Palace to Rest, Visit, Earn From

If topography offers insight into a nation’s unique historical character, then Mount Entoto serves as the eyepiece to Modern Ethiopia.

Sitting on the tip of Entoto’s high plateau, about 3,200m above sea level, there was once a palace which was the official residence of Emperor Menelik II. Surrounded by the chain of Entoto, around a dozen kilometres northeast outside of Addis Abeba’s city limits, the palace was built when Menelik was still king of Shewa.

About thirteen years later, the same place was an important fortress for the Emperor to make his war plan against the Italian Fascist forces. Soon after his mission was accomplished in 1896 over the Battle of Adwa in the Tigray region, the victorious Emperor and his wife, Empress Taytu Bitul, moved to a novel capital they had set their eyes on. In the new city of Addis Abeba, the Imperial Palace was built.

After Menelik, the palace remains the seat of government where heads of states would reside in. The current regime is no different, with Prime Minister Hailemariam Desalegne making a living there.

The city of Addis Abeba – for all its paved streets, high-rise buildings and glamourous palace – remains within a full view of Mount Entoto, a historic mountain covered widely by trees. The fresh aroma from the numerous young eucalyptus trees across the vast field at the foot of the mountain is refreshing to the lungs. One of the first eucalyptus seedlings were imported from Australia more than a century ago. They now have enormous trunks and many branches. They have grown tall and appear intact.

One of the trees was planted in the backyard of the palace of Entoto and is now considered one of the oldest eucalyptus trees in Ethiopia. Although the palace has long been converted into a museum, its antique structure holds firm. Just by touching the walls made from mud, the strength and firmness that kept it standing for more than a century without the need for major refurbishing are evident.

Despite being a tourist site, one can often discern absolute quietness. There seem to be more birds living in and around the palace of Entoto than humans. On a typically quiet day, the only sounds come from church choirs who are singing hymns in one or the other of the numerous churches nearby.

Mount Entoto’s 1,300ha expanse is also home to convents and monasteries overseen by the Ethiopian Orthodox Tewahedo Church. Some of these churches were founded by Menelik II whose palace was purposely constructed in proximity.

At one point, upon the inauguration of one of the larger-sized churches, according to a documented source accessible to the public at the museum, more than 60,000 guests and residents attended and feasted. For that occasion alone, about 5,000 livestock were slaughtered.

Entoto is a fascinating and historical place for these reasons and more.

For anyone interested in what Ethiopian history looked like at the turn of the 20th century, this museum is a standing time machine. It bears one of those intimate relics we all treasure. There may be many museums and other historical places available across Ethiopia, but its unique topography and physical proximity from such an important city like Addis Abeba can also serve as a vantage point for sightseeing.

And what makes the palace so fascinating is what attracts tourists. As the number of tourists visiting the place increases, economic opportunities for local residents have apparently continued to boom.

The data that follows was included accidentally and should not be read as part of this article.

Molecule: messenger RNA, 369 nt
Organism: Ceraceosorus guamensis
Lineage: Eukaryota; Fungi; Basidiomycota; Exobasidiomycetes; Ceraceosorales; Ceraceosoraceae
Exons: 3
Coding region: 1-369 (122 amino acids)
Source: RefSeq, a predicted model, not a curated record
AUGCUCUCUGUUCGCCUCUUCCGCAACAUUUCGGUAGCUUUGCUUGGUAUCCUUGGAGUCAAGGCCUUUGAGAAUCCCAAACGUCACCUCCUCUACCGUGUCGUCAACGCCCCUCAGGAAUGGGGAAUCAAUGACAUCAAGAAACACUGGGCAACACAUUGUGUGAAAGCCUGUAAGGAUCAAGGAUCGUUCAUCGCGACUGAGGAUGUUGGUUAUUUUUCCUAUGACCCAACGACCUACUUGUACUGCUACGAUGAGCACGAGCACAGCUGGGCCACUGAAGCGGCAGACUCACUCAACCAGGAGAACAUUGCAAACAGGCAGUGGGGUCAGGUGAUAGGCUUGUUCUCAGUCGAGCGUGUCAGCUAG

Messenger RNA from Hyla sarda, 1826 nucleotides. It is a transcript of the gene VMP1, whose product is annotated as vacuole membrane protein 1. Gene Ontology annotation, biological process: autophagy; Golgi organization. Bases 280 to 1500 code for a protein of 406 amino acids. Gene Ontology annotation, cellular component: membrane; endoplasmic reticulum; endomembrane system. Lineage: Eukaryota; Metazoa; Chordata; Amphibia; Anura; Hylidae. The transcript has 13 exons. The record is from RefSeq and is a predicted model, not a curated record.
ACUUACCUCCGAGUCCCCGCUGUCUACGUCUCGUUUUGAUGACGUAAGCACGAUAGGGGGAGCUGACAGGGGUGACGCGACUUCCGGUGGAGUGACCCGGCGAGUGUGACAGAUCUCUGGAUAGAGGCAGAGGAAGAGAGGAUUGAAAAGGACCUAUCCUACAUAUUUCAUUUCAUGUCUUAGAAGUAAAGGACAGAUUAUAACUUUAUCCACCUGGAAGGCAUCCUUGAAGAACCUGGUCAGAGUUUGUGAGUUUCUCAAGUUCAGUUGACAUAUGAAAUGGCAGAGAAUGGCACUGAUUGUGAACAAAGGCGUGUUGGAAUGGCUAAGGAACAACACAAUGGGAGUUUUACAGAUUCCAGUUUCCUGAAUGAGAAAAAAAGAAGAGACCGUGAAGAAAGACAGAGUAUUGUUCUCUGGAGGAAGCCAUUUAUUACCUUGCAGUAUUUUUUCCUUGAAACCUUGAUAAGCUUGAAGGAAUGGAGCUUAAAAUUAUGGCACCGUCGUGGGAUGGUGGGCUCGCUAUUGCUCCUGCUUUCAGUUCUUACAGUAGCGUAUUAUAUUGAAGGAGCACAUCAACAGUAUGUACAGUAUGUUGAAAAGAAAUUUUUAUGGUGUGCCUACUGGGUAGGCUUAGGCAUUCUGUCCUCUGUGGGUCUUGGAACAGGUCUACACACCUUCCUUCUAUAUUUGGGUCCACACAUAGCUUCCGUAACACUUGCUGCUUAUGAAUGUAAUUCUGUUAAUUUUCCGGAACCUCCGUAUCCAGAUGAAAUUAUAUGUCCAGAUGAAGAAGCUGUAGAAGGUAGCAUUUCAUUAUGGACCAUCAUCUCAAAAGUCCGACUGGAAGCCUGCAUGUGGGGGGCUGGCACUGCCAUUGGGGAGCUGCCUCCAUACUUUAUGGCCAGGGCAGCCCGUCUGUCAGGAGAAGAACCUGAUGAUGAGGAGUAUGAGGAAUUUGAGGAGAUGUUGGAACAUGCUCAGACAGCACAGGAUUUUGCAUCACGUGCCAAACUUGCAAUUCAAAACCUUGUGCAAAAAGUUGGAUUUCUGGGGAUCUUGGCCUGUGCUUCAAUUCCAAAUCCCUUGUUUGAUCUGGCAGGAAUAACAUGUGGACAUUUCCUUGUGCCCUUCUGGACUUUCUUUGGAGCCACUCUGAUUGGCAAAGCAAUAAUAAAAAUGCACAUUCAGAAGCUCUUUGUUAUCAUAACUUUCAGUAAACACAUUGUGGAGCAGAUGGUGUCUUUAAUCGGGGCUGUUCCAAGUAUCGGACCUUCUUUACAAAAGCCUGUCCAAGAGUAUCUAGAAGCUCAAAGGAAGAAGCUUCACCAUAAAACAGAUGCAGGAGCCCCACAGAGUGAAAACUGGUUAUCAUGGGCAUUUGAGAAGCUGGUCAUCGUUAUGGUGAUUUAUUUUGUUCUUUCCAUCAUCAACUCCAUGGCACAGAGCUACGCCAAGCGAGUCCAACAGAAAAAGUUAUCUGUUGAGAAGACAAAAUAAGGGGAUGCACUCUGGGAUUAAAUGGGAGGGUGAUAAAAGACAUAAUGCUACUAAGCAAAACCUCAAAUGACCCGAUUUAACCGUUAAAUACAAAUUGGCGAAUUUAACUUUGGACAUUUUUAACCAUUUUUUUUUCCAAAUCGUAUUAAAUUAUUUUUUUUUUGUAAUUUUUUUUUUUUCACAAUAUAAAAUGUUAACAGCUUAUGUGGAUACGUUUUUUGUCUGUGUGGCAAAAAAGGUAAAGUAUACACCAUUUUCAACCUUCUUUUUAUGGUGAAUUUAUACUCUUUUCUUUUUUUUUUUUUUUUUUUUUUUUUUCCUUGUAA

The residents take advantage of foreign visitors by selling souvenirs. On the way out from the museum toward the city direction, makeshift souvenir shops have been erected by the roadsides. There are also those who earn their living from panhandling.

But Entoto’s status as a unique tourist attraction, however, has more to do with Emperor Menelik’s legacy than the mountain’s topography. The famous king seems more accurately judged abroad than the credence he draws back at home, particularly in the past 26 years.

Despite the stubborn stance of the government in relation to the Emperor, a vast majority of Ethiopians do not buy the state’s narrative. This can be proved in many ways, including the frequency with which Ethiopians make the trip to Mount Entoto.

As the weekend arrives, it is not uncommon to see residents of the city on an outing there. It is even truer of students on school trips from both the public and private lower-learning institutions.

In fact, it is easy for a keen observer, to notice that the former Menelik’s palace in Entoto is more admired by local visitors than the foreign ones.

In all likelihood, most of those who frequently make the trip to Entoto are not just out and about to adventure or take a panoramic view of the eucalyptus-covered forest canopy, but to admire the legacy of Menelik II.

If the topography of Mount Entoto is one of the main features of the Ethiopian highlands, the fact that Menelik II built a palace there has given it historical relevance. One that, to this day, people would picnic at.

Thanks to Menelik and his enduring historical contribution to this nation, Entoto continues to be one of the most frequently visited sights on the outskirts of Addis Abeba.

In about half an hour drive from the city centre, anyone would find it convenient to spend a few more hours on the mountain. Because, on the tip of Entoto, Addis Abeba has nothing to hide.


By Esayas B. Gebre-Meskel
Esayas B. Gebre-Meskel ( is a behaviour change communication adviser who has spent more than seven years at an NGO working in the same capacity. His brief stint in print media has offered him ample opportunity to understand the trends of journalism

Published on Sep 30,2017 [ Vol 18 ,No 909]



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